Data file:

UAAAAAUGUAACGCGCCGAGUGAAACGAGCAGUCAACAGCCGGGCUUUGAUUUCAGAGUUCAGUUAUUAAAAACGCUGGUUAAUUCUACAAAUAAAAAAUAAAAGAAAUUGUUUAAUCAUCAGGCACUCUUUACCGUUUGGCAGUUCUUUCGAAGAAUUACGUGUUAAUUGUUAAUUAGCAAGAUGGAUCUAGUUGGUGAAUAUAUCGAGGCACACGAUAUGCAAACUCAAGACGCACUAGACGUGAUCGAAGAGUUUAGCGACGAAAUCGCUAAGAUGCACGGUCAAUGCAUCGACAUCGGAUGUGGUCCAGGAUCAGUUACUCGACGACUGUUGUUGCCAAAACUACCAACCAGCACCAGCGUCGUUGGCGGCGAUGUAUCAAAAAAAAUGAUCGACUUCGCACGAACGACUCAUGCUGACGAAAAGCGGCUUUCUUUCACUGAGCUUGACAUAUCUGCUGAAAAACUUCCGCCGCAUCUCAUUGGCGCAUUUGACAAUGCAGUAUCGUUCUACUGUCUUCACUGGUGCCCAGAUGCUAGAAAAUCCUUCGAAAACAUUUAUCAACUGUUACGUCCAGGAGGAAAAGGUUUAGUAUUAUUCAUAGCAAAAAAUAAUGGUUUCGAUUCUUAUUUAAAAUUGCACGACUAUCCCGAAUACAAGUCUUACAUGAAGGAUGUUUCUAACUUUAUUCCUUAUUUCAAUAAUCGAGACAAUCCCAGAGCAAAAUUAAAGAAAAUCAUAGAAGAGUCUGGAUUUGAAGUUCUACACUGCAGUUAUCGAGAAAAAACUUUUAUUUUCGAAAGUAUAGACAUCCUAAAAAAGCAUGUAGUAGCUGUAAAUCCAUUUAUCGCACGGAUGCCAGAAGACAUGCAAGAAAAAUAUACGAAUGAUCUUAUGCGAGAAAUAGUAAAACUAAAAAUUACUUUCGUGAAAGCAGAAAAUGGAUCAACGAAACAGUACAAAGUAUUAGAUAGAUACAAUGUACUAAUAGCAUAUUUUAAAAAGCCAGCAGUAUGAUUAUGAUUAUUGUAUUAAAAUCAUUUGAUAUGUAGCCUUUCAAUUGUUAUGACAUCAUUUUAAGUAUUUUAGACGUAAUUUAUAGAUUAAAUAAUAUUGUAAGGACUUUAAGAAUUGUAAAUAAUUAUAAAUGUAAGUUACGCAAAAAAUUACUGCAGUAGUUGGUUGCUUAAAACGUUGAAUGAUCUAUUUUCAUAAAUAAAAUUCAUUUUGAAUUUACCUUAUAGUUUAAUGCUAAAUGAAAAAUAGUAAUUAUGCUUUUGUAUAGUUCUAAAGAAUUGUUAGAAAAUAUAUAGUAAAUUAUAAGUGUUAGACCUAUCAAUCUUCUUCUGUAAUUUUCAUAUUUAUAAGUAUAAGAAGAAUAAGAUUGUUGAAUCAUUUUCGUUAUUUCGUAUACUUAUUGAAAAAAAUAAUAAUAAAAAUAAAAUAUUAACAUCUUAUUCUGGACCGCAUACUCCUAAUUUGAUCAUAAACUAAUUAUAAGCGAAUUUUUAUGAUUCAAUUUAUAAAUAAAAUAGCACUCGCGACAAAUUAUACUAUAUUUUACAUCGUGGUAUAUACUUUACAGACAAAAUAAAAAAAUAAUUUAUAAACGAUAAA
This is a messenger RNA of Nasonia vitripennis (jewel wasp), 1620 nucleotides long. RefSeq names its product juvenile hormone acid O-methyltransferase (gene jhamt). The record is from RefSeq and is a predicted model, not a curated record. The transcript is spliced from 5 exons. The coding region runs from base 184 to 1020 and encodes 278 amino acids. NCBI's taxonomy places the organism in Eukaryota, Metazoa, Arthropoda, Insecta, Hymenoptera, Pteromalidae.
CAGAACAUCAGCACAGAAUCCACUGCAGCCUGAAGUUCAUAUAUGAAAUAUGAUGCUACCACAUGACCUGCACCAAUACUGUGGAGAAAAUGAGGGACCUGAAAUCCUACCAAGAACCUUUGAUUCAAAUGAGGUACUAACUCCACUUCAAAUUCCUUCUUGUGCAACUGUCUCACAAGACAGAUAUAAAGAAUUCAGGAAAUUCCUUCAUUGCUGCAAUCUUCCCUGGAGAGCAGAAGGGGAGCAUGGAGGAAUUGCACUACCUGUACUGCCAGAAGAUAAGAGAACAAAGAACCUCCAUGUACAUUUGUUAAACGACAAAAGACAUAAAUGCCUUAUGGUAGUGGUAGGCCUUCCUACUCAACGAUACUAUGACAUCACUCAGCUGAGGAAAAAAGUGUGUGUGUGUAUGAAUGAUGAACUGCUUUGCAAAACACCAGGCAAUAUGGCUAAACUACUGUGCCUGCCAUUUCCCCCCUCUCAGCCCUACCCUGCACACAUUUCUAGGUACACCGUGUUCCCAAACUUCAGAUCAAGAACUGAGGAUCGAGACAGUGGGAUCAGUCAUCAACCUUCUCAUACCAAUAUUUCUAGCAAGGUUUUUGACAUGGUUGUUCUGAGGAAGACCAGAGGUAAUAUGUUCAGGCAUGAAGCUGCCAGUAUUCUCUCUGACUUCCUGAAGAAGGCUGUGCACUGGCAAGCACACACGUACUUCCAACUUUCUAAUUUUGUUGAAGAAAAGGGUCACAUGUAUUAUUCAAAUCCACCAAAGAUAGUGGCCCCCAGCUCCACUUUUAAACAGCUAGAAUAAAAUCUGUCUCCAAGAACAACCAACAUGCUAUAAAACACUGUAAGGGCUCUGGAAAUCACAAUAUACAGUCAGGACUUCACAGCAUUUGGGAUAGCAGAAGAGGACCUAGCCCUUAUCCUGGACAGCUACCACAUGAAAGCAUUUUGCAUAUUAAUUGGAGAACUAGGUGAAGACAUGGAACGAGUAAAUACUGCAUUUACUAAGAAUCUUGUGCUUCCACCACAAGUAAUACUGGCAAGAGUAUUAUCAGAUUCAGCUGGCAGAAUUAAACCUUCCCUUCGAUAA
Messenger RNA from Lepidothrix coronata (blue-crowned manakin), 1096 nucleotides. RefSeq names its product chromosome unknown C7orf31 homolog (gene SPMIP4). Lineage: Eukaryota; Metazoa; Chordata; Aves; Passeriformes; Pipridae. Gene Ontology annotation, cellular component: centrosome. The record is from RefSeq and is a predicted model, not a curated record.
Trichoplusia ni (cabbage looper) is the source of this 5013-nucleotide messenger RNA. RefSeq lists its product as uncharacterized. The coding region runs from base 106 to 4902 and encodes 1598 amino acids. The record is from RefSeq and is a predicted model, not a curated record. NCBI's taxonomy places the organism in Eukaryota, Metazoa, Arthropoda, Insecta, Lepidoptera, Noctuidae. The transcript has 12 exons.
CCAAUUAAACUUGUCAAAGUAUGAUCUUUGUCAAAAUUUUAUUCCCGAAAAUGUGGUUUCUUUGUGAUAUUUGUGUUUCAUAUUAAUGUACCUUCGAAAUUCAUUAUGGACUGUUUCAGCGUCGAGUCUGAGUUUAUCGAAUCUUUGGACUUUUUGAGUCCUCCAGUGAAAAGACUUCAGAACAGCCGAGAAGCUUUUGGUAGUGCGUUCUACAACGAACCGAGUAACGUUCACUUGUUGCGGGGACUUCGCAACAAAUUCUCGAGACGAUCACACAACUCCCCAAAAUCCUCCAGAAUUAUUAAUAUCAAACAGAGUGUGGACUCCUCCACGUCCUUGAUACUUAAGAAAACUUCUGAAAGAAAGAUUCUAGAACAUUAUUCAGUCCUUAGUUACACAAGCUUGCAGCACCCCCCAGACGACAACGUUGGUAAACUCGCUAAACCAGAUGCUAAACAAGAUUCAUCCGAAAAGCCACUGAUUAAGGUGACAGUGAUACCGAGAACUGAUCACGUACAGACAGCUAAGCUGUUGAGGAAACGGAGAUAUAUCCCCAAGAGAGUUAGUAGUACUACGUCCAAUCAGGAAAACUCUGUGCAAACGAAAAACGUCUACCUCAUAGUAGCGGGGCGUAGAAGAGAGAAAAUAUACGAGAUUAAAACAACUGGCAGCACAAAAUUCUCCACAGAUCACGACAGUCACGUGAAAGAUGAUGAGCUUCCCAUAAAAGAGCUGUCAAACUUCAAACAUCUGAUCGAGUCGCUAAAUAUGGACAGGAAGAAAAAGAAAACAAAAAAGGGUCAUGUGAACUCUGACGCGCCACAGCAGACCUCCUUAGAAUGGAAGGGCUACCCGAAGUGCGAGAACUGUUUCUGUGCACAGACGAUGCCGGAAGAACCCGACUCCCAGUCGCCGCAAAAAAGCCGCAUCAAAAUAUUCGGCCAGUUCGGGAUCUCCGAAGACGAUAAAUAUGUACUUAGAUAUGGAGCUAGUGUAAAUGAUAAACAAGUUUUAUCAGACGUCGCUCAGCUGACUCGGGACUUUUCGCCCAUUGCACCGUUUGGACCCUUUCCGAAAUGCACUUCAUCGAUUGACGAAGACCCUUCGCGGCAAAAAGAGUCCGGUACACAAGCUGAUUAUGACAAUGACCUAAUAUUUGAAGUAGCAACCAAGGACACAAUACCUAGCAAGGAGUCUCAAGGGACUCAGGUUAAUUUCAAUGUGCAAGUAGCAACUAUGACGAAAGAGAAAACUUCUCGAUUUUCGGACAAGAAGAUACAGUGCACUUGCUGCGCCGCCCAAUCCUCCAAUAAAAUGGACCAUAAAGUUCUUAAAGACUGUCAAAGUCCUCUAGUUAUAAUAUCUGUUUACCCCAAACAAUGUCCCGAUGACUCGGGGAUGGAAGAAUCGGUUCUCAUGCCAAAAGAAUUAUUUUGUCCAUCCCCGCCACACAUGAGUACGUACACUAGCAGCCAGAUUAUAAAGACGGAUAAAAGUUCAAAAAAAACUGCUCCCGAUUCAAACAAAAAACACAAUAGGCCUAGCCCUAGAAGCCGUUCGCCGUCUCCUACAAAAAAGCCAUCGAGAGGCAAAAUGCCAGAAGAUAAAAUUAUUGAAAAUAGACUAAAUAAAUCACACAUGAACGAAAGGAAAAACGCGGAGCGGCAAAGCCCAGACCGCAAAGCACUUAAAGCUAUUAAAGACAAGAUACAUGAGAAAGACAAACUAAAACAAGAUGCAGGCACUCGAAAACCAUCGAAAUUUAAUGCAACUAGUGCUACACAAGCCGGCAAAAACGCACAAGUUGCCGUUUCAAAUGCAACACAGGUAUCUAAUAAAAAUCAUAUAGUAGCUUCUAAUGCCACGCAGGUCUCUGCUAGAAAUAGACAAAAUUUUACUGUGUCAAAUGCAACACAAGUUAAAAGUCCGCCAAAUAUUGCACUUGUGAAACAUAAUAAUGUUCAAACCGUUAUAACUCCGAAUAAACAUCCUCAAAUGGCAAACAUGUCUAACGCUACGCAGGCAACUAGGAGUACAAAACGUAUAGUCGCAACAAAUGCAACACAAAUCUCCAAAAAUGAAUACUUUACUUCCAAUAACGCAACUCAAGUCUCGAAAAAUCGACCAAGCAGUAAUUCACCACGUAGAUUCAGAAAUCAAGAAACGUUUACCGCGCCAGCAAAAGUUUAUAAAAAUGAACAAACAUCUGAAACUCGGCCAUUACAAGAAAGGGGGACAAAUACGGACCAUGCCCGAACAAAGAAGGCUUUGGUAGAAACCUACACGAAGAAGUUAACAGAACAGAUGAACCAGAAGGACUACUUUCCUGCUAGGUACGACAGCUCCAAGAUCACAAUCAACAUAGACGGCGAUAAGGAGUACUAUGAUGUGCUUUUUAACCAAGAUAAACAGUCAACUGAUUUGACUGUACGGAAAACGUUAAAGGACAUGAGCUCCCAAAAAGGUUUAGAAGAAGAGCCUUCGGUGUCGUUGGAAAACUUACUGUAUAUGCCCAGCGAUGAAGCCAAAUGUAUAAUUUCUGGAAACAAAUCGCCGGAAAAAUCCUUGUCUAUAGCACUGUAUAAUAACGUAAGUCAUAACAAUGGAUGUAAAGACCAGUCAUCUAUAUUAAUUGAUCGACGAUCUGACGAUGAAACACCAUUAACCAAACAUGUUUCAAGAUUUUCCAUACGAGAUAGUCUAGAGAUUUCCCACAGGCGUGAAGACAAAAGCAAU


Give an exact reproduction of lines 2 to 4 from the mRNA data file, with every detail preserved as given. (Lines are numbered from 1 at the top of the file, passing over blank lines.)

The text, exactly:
This is a messenger RNA of Nasonia vitripennis (jewel wasp), 1620 nucleotides long. RefSeq names its product juvenile hormone acid O-methyltransferase (gene jhamt). The record is from RefSeq and is a predicted model, not a curated record. The transcript is spliced from 5 exons. The coding region runs from base 184 to 1020 and encodes 278 amino acids. NCBI's taxonomy places the organism in Eukaryota, Metazoa, Arthropoda, Insecta, Hymenoptera, Pteromalidae.
CAGAACAUCAGCACAGAAUCCACUGCAGCCUGAAGUUCAUAUAUGAAAUAUGAUGCUACCACAUGACCUGCACCAAUACUGUGGAGAAAAUGAGGGACCUGAAAUCCUACCAAGAACCUUUGAUUCAAAUGAGGUACUAACUCCACUUCAAAUUCCUUCUUGUGCAACUGUCUCACAAGACAGAUAUAAAGAAUUCAGGAAAUUCCUUCAUUGCUGCAAUCUUCCCUGGAGAGCAGAAGGGGAGCAUGGAGGAAUUGCACUACCUGUACUGCCAGAAGAUAAGAGAACAAAGAACCUCCAUGUACAUUUGUUAAACGACAAAAGACAUAAAUGCCUUAUGGUAGUGGUAGGCCUUCCUACUCAACGAUACUAUGACAUCACUCAGCUGAGGAAAAAAGUGUGUGUGUGUAUGAAUGAUGAACUGCUUUGCAAAACACCAGGCAAUAUGGCUAAACUACUGUGCCUGCCAUUUCCCCCCUCUCAGCCCUACCCUGCACACAUUUCUAGGUACACCGUGUUCCCAAACUUCAGAUCAAGAACUGAGGAUCGAGACAGUGGGAUCAGUCAUCAACCUUCUCAUACCAAUAUUUCUAGCAAGGUUUUUGACAUGGUUGUUCUGAGGAAGACCAGAGGUAAUAUGUUCAGGCAUGAAGCUGCCAGUAUUCUCUCUGACUUCCUGAAGAAGGCUGUGCACUGGCAAGCACACACGUACUUCCAACUUUCUAAUUUUGUUGAAGAAAAGGGUCACAUGUAUUAUUCAAAUCCACCAAAGAUAGUGGCCCCCAGCUCCACUUUUAAACAGCUAGAAUAAAAUCUGUCUCCAAGAACAACCAACAUGCUAUAAAACACUGUAAGGGCUCUGGAAAUCACAAUAUACAGUCAGGACUUCACAGCAUUUGGGAUAGCAGAAGAGGACCUAGCCCUUAUCCUGGACAGCUACCACAUGAAAGCAUUUUGCAUAUUAAUUGGAGAACUAGGUGAAGACAUGGAACGAGUAAAUACUGCAUUUACUAAGAAUCUUGUGCUUCCACCACAAGUAAUACUGGCAAGAGUAUUAUCAGAUUCAGCUGGCAGAAUUAAACCUUCCCUUCGAUAA
Messenger RNA from Lepidothrix coronata (blue-crowned manakin), 1096 nucleotides. RefSeq names its product chromosome unknown C7orf31 homolog (gene SPMIP4). Lineage: Eukaryota; Metazoa; Chordata; Aves; Passeriformes; Pipridae. Gene Ontology annotation, cellular component: centrosome. The record is from RefSeq and is a predicted model, not a curated record.